I stand at the dawn of a lost year.
So how are you doing? We’re hanging in there. We’re focused. We have good spells and bad. We have had plenty of tears and late-night conversations about each other, our lives, and our dreams for our girls. It is not easy. We are not heroes. No one aspires to be the person who handles this kind of situation well. And we don’t always handle it well.
Having said that, we have deep resources to draw on – two loving families, many friends, each other, and active minds that lead us both to develop fourteen-point plans for nutritional supplements and to imagine many scenarios, both dire and full of hope. And we have already found occasion to laugh. For instance, why exactly does the examination room of the leading orthopedic cancer surgeon at Sloan-Kettering hospital have a copy of Tennis Week at the top of a stack of magazines for patients to read?
How Is Linda? A star. One of the first casualties of this news was a trip to Nantucket we had planned to celebrate our fifth-anniversary. It was to be our first without the girls since they were born three years ago. Linda swallowed, teared up, took a breath, and moved on. As anyone who has been through one of these situations knows, the burden is invariably hardest on the spouse, caregiver, or “co-survivor” as they are sometimes called. Linda will have many challenges balancing her work, the needs of the girls, and an intermittently grumpy, perpetually gimpy husband (OK, so the grumpy has been there all along, but the gimpy is new!) Chemo is fun for no one.
With that said, Linda’s non-profit, Endeavor, is thriving. Last year the organization marked ten years/ten countries of helping entrepreneurs around the world, and Endeavor is poised to receive a generous grant from a private foundation in the coming weeks that will accelerate its growth. I can say with conviction that it is extremely important to me personally that Linda continue to devote as much time as possible to her inspiring work and continue to make some of the handful of international trips she has planned in the coming months. Life will change, but it cannot stop. In that spirit, I would like to ask anyone reading these words to join me in ways large and small to help keep Linda’s spirits up and to help her continue to give off the light she does to so many.
How are the girls? Eden and Tybee are also thriving. Turning three proved to be the moment when the gender switch flipped, and they are deeply focused on ballet, as well as princesses, cupcakes, and all things pink and purple. Actually, they are focused on one particular pink leotard and one chosen pair of purple “footed tights.” Three years of parental determination to bypass traditional gender color coding was summarily tossed down the pastel fairy hole. In the last few weeks the girls went bowling, boating, and played miniature golf – all for the first time. And at least one of those activities may be for the last: When Papa Alan, who’s just getting the hang of his new motorboat, decided to merely put-put around the harbor and shy away from the open seas, Eden quickly blurted out, “When are we going to go faster?!”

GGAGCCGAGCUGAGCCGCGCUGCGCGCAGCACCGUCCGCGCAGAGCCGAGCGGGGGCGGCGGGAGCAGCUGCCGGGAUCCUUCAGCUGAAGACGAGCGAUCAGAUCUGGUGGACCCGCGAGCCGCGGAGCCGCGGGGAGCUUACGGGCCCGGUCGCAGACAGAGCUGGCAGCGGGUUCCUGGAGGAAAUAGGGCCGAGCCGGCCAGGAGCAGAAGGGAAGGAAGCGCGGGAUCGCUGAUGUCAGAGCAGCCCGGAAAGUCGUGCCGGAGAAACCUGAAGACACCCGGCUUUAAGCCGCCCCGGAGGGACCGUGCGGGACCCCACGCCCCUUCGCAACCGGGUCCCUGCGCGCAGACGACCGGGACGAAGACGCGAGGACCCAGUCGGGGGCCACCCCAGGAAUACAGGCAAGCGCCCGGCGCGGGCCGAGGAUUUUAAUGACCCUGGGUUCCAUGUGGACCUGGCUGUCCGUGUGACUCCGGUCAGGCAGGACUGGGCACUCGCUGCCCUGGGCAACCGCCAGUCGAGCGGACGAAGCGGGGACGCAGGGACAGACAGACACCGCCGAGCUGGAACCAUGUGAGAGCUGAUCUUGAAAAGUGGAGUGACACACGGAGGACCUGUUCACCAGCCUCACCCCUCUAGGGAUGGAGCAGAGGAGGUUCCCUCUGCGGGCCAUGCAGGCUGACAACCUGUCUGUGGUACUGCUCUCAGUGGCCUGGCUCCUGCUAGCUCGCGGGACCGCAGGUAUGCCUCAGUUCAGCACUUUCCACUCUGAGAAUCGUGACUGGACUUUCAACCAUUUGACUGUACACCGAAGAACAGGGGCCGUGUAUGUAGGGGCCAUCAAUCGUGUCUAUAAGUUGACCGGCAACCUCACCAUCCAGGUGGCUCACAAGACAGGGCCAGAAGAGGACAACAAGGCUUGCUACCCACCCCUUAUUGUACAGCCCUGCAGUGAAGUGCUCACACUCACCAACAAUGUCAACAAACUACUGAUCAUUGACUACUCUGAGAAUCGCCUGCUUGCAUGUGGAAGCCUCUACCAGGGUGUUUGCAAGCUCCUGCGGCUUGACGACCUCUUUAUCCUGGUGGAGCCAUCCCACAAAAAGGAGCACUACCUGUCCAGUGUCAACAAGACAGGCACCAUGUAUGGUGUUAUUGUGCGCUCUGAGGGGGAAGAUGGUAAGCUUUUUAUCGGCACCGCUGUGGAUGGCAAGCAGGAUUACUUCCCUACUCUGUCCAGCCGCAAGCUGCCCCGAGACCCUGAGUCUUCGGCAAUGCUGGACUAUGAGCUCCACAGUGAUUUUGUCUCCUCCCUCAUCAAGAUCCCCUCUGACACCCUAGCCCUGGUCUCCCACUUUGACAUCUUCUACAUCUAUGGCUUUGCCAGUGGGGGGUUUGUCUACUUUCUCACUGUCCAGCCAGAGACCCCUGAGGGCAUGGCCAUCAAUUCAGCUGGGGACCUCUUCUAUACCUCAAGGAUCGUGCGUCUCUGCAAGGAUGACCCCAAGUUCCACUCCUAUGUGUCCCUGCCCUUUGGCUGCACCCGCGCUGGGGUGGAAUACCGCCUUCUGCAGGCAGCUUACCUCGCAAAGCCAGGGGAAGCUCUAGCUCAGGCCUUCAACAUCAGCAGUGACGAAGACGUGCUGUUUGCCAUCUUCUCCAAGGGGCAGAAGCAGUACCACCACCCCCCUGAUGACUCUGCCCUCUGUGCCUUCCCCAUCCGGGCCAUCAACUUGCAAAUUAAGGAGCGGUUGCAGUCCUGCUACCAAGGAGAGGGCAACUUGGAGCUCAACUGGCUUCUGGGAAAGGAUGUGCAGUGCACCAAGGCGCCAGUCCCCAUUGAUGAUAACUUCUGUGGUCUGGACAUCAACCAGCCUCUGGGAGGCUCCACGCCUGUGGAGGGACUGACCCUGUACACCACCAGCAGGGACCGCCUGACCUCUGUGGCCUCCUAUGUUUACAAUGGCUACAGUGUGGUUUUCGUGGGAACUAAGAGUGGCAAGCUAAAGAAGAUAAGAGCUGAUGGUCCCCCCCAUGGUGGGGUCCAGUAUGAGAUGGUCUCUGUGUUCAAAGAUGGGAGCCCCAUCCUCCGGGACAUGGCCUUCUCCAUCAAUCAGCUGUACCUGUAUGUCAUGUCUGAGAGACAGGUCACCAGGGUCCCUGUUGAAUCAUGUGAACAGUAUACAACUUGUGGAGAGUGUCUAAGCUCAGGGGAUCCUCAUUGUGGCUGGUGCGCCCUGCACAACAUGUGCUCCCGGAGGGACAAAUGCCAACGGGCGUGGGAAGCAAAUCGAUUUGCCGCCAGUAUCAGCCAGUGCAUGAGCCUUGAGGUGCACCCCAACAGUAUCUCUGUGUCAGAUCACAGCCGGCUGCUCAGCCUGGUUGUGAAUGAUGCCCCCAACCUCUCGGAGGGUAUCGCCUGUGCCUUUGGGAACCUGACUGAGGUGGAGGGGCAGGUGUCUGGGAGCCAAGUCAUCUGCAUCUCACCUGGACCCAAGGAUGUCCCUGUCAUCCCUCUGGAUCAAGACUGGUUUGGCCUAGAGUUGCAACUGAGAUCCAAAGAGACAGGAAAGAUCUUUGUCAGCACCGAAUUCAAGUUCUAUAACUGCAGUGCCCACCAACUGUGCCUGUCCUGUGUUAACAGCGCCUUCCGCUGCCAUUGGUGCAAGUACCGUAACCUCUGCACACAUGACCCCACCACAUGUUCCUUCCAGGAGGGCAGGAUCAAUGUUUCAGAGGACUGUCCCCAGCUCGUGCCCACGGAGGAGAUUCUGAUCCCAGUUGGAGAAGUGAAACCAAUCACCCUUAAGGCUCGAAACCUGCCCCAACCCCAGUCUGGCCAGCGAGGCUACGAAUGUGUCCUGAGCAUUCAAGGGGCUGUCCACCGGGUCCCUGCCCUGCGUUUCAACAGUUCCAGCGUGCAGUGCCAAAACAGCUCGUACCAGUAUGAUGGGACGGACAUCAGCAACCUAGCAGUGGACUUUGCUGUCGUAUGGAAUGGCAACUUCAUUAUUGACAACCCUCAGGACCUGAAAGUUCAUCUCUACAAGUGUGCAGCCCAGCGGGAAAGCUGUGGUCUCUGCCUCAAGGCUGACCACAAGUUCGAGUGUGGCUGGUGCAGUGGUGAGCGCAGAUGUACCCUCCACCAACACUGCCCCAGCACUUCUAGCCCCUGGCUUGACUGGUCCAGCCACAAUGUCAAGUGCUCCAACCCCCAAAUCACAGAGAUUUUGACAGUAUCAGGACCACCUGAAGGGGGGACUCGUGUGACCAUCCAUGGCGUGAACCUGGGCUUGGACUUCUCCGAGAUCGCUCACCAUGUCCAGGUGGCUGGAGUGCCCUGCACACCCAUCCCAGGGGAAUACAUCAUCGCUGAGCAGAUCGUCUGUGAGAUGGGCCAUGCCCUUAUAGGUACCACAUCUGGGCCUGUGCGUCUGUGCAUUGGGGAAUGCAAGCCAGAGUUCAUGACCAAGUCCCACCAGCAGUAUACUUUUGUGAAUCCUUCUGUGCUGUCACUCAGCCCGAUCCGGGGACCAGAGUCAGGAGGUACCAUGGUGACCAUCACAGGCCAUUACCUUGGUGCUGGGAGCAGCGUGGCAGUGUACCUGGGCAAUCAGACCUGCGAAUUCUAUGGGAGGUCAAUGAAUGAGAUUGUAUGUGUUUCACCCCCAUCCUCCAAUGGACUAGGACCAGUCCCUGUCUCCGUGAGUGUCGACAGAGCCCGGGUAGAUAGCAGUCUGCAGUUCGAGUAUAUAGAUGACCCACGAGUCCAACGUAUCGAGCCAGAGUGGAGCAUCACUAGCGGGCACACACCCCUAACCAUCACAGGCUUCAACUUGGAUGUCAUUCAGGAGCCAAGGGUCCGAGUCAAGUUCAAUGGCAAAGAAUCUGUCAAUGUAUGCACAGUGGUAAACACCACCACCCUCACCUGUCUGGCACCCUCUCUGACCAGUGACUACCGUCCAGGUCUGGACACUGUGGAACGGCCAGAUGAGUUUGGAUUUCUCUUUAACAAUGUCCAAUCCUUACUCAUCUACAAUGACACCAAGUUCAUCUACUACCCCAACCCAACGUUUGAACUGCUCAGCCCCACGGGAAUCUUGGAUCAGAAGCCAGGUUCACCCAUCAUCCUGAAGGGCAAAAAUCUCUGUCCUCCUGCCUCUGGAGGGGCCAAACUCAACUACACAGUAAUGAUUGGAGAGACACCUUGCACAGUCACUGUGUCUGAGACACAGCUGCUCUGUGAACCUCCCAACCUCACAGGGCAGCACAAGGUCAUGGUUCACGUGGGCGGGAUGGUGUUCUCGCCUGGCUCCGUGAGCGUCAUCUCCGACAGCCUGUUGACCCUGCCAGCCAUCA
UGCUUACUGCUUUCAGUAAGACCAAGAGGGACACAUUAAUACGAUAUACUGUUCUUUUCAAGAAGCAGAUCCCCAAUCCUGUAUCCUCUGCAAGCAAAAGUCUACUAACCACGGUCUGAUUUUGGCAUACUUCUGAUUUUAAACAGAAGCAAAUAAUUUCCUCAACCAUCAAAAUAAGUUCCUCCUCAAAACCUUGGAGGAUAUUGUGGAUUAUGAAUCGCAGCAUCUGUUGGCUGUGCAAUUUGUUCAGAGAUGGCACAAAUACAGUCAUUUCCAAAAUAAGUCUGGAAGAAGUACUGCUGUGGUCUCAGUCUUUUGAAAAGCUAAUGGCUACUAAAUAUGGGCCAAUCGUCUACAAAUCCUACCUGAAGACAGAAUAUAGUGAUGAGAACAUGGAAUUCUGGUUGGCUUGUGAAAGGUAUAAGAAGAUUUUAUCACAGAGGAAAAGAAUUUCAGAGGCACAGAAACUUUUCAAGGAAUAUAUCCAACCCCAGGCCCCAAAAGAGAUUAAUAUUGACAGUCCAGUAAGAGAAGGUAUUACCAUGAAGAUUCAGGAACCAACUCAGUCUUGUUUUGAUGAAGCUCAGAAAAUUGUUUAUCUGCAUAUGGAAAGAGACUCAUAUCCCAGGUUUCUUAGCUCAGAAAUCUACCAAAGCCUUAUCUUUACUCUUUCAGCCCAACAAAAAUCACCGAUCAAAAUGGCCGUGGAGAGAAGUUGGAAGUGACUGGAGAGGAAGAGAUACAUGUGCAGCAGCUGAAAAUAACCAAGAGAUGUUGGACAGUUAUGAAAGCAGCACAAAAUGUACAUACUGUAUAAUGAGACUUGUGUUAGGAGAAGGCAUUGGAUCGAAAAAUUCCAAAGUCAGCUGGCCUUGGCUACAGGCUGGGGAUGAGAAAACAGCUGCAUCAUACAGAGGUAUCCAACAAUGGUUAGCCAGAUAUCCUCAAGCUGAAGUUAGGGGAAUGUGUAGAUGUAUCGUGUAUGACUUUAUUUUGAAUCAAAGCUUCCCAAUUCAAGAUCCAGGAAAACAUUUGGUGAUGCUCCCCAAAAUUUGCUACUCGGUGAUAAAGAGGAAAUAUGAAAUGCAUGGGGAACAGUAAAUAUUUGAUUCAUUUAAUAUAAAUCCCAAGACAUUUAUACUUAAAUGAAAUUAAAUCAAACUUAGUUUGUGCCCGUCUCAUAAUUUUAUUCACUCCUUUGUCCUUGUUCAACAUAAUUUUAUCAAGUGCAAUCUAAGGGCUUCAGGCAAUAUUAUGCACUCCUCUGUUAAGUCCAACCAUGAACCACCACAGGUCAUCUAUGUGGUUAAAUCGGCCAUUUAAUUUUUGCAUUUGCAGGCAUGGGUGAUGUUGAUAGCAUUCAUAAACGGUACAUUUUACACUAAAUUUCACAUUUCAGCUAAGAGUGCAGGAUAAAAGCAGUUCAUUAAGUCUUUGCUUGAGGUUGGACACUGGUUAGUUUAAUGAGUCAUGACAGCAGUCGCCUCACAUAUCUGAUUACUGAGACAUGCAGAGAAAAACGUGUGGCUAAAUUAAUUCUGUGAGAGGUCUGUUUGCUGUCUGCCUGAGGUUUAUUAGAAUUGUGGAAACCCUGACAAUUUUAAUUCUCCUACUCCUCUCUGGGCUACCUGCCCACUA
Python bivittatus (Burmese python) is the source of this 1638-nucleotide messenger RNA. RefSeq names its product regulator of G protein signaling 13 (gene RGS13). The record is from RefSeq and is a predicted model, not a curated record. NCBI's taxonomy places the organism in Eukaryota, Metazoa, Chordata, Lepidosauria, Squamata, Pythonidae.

We have been consulting with experts on how and what to tell the girls about my illness, and early indications are to be honest but non-specific and have everyone repeat the same line. “Daddy is sick. The doctors are helping him. He’s going to get better.” Then we will watch like hawks to see if there is any change in behavior, including a lack of focus, increased aggression, or nightmares. They already see that Daddy is on crutches, and we can watch them adjusting. When Linda and I rejoined them on Cape Cod this week after a few days consulting with doctors in New York, Eden said, “I’m so happy you comed back.” We are proud of them, we love them, and I look forward to walking them down the aisle someday and to leading them on short walks, at least, around the world.
What can I do to help? We are very grateful for the many people who have asked this question, and the honest answer is that we’re trying to think through how to provide guidance that is truthful, realistic, and meaningful – and respects the genuine emotion behind it. We’re already finding that giving people specific things can be helpful – “Hey, Ma, I need a shower stool;” “Hey, Sis, we need a three-ring binder for all the paperwork;” “Hey, Bro, can you take some pictures of me before I lose my hair.” If you give us some time to suss out more completely what we’re facing, we’d love to have your support.
That’s the view from week one. I have been overwhelmed by the many emails and calls that have already started to come. We read every one. Please know that the onslaught of doctor consultations, insurance negotiations, crappy days, and glimmers of clarity in which I try to find some productivity or study the origins of a grand plié might mean I don’t have time to write you back, but your thoughtfulness will continue to give me comfort and strength. It is my intention to send out regular letters in the coming months to update you on my progress.
In the meantime, may you find clear skies out your window this summer, may your arrows all point forward, and may you find your way onto the open water sometime soon going just as fast as you want.
Until then, take a walk for me.